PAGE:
Difference Between Body Butter, Balm, Salve, Ointment, Liniment, Tincture, Infused Oil, Infused Vinegar, Lotion, Cream (Natural Skin Care/Medicine)
What is difference Between Body Butters, Balms, Salves, Ointments, Liniments, Tinctures, Herbal Infused Oils, Herbal Infused Vinegars, Lotions and Creams?
Body butters are usually made with a combination of carrier oil (liquid fats) and butters (like cocoa butter, etc. So solid fats) and often a wax (like beeswax). It does not contain water. It is a thicker and harder product than a lotion or cream (though it melts on the skin on contact), and often takes longer to absorb. It may also leave a slightly oily barrier on the skin for several minutes to a few hours, depending on the types of oils used and skin type.
Butters also refer to just the butters/solid fats themselves, such as cocoa, shea, mango, or kukui butter. They vary in texture and hardness, and absorbancy; some may leave a slight oily barrier on the skin, and others may absorb instantly.
A balm or salve is similiar to a body butter except it may or may not have butters in it, and body butters contain a higher percentage of butters than balms or salves. Balms and salves are made with carrier oil and a wax, and sometimes solid fats/butters. They do not contain water. As to the difference between a balm and a salve, it depends who you ask. Most herbalists, aromatherapists, and skin care authors mention that there is no difference. From looking at products on the market, I always thought salves were usually made with herb infused oils (see below for definition), while balms were made with either infused or non-infused carrier oils, and may contain essential oils. Looking at recipes though, there is little difference between the two, and as to what each product is called, it depends on the herbalist/author/crafter! I swear I once read somewhere that there was a difference but I can't seem to find it now!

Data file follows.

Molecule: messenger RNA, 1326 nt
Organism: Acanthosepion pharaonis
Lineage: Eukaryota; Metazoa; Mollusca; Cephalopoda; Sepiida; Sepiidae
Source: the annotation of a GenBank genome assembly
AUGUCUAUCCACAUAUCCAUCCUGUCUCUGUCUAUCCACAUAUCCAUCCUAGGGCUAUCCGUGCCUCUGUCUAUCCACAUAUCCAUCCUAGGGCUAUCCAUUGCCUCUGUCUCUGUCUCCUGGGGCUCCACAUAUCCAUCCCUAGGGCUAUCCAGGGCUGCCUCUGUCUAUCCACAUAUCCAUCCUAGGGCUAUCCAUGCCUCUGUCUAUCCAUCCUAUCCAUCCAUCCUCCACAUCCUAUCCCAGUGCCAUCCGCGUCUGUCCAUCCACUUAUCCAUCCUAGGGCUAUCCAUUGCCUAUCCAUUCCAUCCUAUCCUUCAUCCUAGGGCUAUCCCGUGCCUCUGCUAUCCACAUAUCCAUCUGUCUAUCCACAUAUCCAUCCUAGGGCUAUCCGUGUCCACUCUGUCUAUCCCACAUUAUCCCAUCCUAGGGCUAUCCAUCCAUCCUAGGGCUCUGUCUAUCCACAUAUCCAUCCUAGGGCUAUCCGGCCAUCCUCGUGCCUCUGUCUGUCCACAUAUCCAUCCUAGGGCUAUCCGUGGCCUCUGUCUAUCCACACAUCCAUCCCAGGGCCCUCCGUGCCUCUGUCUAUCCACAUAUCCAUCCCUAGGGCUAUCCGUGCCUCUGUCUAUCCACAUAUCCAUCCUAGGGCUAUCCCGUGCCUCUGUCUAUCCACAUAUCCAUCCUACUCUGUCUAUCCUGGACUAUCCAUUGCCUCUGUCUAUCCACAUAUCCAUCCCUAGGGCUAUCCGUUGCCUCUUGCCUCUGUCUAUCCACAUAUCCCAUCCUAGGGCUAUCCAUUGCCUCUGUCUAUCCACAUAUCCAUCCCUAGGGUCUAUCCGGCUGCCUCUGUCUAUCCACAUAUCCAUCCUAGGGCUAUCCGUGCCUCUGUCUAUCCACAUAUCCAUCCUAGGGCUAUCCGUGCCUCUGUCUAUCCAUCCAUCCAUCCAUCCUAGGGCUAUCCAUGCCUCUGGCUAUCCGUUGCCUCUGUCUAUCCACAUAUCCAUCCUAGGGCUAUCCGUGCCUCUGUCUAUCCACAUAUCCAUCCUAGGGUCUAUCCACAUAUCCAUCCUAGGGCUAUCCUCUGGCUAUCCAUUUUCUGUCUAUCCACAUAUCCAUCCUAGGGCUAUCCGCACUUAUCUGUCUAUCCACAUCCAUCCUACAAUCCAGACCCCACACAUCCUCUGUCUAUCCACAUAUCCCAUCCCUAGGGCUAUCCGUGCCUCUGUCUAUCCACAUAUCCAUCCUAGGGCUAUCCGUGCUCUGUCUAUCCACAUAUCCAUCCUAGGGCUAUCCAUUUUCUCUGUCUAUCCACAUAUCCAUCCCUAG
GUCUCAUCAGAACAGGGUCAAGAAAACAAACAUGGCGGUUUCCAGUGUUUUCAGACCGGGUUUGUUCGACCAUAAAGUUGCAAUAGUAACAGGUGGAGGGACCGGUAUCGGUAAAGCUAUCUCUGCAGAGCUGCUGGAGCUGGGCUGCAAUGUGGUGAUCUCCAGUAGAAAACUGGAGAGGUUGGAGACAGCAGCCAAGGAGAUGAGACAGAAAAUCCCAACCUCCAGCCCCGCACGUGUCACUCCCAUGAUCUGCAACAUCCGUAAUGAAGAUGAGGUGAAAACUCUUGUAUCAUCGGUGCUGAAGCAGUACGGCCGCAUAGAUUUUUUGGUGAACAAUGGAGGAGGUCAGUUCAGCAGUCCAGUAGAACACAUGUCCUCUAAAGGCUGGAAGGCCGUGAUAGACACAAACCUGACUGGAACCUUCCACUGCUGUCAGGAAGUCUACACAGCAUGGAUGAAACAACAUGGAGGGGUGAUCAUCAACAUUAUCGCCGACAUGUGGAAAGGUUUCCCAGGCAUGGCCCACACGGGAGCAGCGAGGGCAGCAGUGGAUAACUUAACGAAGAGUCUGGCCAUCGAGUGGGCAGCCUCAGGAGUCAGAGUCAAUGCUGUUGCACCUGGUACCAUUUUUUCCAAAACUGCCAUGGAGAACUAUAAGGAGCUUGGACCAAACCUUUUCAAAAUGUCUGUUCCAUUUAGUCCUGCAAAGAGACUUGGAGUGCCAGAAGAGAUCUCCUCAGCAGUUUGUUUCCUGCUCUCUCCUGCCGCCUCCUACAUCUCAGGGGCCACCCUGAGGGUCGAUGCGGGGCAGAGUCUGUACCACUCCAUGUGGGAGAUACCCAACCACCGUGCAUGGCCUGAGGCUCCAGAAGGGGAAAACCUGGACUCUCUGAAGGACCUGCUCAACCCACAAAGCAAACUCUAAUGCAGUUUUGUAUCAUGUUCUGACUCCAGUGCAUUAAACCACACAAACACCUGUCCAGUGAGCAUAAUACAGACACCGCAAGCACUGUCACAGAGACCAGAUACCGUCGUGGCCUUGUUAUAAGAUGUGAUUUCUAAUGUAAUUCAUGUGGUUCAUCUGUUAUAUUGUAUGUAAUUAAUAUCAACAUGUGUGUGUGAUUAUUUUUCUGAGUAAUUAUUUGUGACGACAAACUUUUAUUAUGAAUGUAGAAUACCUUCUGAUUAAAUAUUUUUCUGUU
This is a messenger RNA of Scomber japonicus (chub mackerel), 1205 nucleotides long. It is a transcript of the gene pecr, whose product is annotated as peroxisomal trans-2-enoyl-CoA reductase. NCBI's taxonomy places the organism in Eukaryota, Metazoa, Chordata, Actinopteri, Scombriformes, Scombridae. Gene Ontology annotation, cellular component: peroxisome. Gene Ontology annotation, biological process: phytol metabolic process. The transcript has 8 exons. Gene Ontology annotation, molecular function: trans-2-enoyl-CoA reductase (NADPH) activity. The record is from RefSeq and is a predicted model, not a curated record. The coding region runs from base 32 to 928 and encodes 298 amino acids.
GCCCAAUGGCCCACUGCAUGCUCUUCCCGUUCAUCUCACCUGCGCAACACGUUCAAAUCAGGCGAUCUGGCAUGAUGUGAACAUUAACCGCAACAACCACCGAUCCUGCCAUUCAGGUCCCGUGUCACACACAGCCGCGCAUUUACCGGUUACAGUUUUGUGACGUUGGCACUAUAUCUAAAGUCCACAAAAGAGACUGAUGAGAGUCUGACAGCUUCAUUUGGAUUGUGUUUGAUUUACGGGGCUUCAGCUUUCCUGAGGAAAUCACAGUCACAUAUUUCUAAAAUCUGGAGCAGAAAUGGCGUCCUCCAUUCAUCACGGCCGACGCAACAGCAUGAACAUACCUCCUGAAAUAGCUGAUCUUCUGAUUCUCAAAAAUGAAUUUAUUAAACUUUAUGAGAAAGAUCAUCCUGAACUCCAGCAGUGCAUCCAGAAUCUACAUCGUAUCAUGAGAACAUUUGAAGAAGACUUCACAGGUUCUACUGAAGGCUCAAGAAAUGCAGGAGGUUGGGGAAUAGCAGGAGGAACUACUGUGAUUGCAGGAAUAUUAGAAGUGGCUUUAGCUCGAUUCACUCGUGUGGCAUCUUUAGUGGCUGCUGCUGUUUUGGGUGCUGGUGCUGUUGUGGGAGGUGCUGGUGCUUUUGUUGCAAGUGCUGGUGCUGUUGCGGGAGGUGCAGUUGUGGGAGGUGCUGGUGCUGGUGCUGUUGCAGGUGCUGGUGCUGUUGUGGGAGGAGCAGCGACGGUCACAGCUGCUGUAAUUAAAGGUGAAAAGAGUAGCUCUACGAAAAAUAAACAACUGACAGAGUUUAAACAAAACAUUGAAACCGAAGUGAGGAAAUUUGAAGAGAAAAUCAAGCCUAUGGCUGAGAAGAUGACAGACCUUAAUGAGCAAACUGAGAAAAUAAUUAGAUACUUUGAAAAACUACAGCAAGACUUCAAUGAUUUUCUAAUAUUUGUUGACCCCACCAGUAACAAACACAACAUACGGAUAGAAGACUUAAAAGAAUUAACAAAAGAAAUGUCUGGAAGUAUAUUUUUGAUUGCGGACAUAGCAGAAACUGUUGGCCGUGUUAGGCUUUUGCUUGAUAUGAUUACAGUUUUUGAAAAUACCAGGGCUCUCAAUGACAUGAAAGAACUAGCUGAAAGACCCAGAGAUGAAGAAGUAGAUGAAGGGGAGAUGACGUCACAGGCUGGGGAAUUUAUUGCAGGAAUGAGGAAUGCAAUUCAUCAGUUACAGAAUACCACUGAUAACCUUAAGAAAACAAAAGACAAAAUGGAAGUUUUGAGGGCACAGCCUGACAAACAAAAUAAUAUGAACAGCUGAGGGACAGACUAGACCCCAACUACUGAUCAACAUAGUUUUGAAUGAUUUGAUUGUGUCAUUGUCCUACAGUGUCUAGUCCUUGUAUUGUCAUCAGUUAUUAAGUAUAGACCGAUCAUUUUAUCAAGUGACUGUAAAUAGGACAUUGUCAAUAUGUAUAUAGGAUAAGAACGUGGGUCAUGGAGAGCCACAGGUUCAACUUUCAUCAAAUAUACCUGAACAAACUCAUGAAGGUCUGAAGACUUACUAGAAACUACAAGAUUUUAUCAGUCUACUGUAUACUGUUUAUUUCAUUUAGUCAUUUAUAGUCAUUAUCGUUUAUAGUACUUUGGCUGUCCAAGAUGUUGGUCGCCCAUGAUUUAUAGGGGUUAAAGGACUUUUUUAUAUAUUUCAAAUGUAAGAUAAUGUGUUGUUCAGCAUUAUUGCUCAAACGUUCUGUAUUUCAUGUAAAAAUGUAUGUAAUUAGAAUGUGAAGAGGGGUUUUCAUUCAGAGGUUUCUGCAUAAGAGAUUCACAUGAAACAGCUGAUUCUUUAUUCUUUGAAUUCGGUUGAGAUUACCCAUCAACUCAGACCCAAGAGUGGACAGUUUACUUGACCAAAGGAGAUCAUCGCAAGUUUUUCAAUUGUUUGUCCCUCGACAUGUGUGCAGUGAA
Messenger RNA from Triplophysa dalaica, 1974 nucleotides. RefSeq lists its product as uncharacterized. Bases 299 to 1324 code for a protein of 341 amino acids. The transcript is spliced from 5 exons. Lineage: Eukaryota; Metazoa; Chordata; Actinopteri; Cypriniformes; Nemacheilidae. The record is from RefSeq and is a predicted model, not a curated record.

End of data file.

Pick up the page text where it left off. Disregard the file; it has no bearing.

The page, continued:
Many authors also say that balms or salves are essentially the same as an ointment. For some reason I can't fathom, I always thought that ointments were made with the same ingredients but that they were thinner/softer in texture since they usually contained less wax. But all of my sources mention they are the same thing, so I just must have been thinking of something else!
I've found several different definitions on what a liniment is. They are made for external application for the skin, to soothe or disinfect. Basically you infuse herbs in a solvent. The difference in opinion that I've seen is what kind of solvent. One source said that the solvent is witch hazel or rubbing alcohol, while another said it is a carrier oil (and made it a point to mention that a liniment did not contain wax like a salve). Another book had a bunch of different recipes that included solvents or thickeners such as wax, oil, alcohol, or cider vinegar. I guess the true definition is any infused herbal solvent for external/skin usage!